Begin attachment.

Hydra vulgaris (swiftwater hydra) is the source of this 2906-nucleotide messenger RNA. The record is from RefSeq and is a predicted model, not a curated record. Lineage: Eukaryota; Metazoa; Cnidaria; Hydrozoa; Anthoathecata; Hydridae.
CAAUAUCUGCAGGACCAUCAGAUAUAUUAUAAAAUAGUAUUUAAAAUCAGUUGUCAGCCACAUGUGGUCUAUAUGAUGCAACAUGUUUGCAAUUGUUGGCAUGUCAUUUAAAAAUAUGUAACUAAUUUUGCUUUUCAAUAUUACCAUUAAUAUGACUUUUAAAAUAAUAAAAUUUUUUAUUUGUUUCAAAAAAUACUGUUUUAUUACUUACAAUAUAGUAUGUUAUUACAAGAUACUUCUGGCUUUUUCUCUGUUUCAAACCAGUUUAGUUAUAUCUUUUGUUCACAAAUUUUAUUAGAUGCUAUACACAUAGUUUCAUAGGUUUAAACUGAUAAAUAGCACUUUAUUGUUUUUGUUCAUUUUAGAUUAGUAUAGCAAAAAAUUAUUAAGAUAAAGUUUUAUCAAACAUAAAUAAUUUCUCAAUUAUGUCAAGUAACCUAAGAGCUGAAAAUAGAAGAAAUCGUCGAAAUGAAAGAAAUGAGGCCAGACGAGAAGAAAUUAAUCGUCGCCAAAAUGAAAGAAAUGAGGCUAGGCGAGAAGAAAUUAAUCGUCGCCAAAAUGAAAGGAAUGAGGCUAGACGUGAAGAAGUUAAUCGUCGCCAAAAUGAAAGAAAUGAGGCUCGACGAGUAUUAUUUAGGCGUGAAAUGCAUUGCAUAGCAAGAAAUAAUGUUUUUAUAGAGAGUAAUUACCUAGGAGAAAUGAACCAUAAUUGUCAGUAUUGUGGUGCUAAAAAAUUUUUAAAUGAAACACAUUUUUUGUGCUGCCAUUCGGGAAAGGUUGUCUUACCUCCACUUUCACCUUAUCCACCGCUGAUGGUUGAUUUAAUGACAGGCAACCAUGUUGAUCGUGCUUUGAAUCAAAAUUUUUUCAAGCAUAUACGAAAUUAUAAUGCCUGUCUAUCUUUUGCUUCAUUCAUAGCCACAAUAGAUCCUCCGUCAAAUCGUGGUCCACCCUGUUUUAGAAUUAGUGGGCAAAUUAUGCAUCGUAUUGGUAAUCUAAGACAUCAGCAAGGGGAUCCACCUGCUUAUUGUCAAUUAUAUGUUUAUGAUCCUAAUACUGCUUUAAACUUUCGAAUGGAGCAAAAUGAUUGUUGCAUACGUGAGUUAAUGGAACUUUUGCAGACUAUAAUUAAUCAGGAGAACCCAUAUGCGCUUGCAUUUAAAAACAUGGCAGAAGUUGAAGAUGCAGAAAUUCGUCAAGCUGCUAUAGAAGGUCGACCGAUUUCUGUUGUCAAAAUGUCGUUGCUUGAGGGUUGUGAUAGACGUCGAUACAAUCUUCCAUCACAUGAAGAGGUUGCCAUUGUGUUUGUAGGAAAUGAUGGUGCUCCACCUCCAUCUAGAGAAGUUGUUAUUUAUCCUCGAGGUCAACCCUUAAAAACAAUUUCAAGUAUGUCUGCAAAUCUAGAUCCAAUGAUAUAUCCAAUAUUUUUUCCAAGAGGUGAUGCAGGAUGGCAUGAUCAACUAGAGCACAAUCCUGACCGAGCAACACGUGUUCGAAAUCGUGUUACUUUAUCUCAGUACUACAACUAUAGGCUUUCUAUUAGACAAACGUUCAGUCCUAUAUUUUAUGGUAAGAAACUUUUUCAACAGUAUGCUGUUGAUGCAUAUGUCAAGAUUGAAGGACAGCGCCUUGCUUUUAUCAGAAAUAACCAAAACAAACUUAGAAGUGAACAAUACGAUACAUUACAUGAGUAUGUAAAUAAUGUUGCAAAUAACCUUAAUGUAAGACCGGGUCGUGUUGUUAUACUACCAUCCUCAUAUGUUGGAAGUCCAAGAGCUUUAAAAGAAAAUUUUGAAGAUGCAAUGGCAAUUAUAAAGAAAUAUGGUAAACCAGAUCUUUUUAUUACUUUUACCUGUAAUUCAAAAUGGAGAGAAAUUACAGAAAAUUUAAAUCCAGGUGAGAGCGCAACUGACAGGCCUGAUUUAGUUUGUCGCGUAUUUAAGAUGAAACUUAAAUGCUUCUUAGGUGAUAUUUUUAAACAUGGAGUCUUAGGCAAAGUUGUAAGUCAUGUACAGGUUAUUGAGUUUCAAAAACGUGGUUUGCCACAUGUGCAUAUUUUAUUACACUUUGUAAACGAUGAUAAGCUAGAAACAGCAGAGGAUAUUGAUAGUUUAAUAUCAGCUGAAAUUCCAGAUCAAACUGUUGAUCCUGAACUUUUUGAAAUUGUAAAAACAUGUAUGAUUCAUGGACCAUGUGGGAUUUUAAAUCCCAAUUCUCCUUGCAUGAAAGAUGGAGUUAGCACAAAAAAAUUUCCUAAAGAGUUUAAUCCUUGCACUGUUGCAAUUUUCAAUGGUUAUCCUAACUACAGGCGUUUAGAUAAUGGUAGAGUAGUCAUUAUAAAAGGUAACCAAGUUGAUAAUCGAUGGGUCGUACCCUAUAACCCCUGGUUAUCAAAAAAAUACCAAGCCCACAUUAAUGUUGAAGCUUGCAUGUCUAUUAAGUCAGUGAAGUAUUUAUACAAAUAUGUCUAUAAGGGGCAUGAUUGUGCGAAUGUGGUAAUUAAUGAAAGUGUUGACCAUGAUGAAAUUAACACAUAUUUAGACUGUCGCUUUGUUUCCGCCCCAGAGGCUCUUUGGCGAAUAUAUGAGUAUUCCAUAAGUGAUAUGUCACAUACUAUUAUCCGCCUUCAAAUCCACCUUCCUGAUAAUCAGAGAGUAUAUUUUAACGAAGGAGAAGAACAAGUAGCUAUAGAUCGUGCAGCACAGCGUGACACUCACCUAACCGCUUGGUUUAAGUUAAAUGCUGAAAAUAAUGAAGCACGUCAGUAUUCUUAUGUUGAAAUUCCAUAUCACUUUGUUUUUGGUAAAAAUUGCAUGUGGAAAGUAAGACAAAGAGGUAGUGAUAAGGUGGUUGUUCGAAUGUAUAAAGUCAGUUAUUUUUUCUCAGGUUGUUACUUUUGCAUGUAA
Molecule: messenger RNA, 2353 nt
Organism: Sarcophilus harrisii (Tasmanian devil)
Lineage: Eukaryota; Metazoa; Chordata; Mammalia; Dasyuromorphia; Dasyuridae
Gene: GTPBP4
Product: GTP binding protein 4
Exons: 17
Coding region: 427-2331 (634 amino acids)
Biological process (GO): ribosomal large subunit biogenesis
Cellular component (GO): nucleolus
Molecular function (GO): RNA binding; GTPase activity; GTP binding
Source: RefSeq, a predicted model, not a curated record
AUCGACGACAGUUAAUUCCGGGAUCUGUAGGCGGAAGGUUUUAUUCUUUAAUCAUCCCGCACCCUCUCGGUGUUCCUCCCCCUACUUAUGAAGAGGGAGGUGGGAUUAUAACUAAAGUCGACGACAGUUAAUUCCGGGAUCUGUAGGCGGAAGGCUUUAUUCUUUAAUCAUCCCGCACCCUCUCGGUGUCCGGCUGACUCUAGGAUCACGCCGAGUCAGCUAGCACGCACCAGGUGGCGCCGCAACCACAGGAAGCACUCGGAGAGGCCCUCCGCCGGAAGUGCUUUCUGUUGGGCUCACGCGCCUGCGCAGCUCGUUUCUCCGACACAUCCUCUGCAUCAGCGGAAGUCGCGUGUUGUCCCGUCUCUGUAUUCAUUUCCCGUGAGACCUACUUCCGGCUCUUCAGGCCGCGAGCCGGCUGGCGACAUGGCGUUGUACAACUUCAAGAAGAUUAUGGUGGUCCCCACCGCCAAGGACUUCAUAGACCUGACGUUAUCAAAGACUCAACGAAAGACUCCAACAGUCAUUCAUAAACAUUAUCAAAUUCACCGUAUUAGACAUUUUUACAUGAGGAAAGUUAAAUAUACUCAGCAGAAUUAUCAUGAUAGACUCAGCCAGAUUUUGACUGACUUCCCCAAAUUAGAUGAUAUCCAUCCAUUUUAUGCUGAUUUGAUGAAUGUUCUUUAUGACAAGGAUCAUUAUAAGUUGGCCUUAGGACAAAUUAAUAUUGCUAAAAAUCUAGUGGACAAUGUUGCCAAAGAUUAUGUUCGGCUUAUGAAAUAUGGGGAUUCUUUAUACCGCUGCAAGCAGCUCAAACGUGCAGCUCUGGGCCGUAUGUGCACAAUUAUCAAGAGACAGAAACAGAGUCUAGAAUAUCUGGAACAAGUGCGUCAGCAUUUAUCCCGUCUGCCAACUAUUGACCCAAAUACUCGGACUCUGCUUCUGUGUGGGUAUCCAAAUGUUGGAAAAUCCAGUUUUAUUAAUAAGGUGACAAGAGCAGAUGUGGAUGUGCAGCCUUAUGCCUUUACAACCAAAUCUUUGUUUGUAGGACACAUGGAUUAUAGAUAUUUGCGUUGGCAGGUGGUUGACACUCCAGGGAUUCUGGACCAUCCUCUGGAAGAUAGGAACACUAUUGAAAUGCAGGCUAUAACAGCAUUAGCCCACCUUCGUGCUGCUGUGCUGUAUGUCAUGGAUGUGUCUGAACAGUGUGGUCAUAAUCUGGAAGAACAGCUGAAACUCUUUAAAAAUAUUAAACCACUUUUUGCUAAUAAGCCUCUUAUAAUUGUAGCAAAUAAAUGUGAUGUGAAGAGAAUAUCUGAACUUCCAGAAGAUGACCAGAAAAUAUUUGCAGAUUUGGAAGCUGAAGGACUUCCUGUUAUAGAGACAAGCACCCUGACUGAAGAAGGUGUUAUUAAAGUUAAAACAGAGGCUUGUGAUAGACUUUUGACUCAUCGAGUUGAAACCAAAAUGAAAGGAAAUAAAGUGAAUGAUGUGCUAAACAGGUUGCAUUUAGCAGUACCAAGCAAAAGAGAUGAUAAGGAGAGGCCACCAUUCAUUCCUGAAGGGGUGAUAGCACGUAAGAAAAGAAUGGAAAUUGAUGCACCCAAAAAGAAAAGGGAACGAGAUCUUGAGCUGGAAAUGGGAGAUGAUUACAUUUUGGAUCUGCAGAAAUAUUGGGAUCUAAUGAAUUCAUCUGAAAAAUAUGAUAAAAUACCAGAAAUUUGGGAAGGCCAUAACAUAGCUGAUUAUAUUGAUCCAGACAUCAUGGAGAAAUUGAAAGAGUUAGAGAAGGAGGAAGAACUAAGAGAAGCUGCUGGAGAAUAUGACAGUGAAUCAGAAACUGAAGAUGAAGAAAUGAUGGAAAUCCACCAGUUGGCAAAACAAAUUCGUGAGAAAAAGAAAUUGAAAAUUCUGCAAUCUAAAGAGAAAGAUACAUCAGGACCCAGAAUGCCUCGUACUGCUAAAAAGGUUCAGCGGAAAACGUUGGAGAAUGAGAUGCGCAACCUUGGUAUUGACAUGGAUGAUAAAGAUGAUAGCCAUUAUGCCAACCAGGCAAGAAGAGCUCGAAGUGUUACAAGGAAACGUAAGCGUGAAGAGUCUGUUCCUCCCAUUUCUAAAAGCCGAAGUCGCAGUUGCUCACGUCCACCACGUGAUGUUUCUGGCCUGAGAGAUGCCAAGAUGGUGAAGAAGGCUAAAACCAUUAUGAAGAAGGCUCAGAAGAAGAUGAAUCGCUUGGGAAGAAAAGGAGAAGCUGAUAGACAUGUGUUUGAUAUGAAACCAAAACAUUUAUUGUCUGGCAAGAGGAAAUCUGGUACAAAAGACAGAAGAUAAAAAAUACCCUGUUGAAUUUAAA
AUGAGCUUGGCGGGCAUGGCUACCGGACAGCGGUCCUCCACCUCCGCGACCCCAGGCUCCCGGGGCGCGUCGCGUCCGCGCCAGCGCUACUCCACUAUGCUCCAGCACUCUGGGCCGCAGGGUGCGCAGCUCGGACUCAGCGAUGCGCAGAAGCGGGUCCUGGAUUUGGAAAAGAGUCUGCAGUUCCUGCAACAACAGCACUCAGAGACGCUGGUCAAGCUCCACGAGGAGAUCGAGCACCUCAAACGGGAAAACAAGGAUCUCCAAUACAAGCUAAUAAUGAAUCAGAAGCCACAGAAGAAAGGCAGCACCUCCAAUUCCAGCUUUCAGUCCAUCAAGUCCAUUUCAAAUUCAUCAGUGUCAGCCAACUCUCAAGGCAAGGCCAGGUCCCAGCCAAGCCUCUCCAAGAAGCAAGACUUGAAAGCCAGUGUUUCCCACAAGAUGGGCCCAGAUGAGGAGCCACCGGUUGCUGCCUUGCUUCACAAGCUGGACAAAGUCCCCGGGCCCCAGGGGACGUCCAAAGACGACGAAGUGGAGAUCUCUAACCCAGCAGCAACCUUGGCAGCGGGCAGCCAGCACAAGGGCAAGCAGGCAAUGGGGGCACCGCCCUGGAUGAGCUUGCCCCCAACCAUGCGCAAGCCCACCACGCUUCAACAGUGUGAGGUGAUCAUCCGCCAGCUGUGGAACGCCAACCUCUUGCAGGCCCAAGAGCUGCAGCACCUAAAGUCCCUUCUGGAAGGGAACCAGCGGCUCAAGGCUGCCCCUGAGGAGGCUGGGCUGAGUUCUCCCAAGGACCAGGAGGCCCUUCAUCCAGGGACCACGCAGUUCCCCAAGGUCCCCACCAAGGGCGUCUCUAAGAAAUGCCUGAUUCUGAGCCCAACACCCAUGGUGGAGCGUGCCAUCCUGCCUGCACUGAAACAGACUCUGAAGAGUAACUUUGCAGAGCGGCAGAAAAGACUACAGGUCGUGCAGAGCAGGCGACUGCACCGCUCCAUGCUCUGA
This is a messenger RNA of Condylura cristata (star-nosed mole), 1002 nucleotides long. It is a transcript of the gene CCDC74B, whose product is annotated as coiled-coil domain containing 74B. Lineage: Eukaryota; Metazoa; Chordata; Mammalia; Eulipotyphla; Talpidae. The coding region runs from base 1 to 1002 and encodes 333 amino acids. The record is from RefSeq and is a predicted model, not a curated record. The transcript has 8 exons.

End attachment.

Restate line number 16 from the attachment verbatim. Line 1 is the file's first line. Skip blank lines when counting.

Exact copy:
This is a messenger RNA of Condylura cristata (star-nosed mole), 1002 nucleotides long. It is a transcript of the gene CCDC74B, whose product is annotated as coiled-coil domain containing 74B. Lineage: Eukaryota; Metazoa; Chordata; Mammalia; Eulipotyphla; Talpidae. The coding region runs from base 1 to 1002 and encodes 333 amino acids. The record is from RefSeq and is a predicted model, not a curated record. The transcript has 8 exons.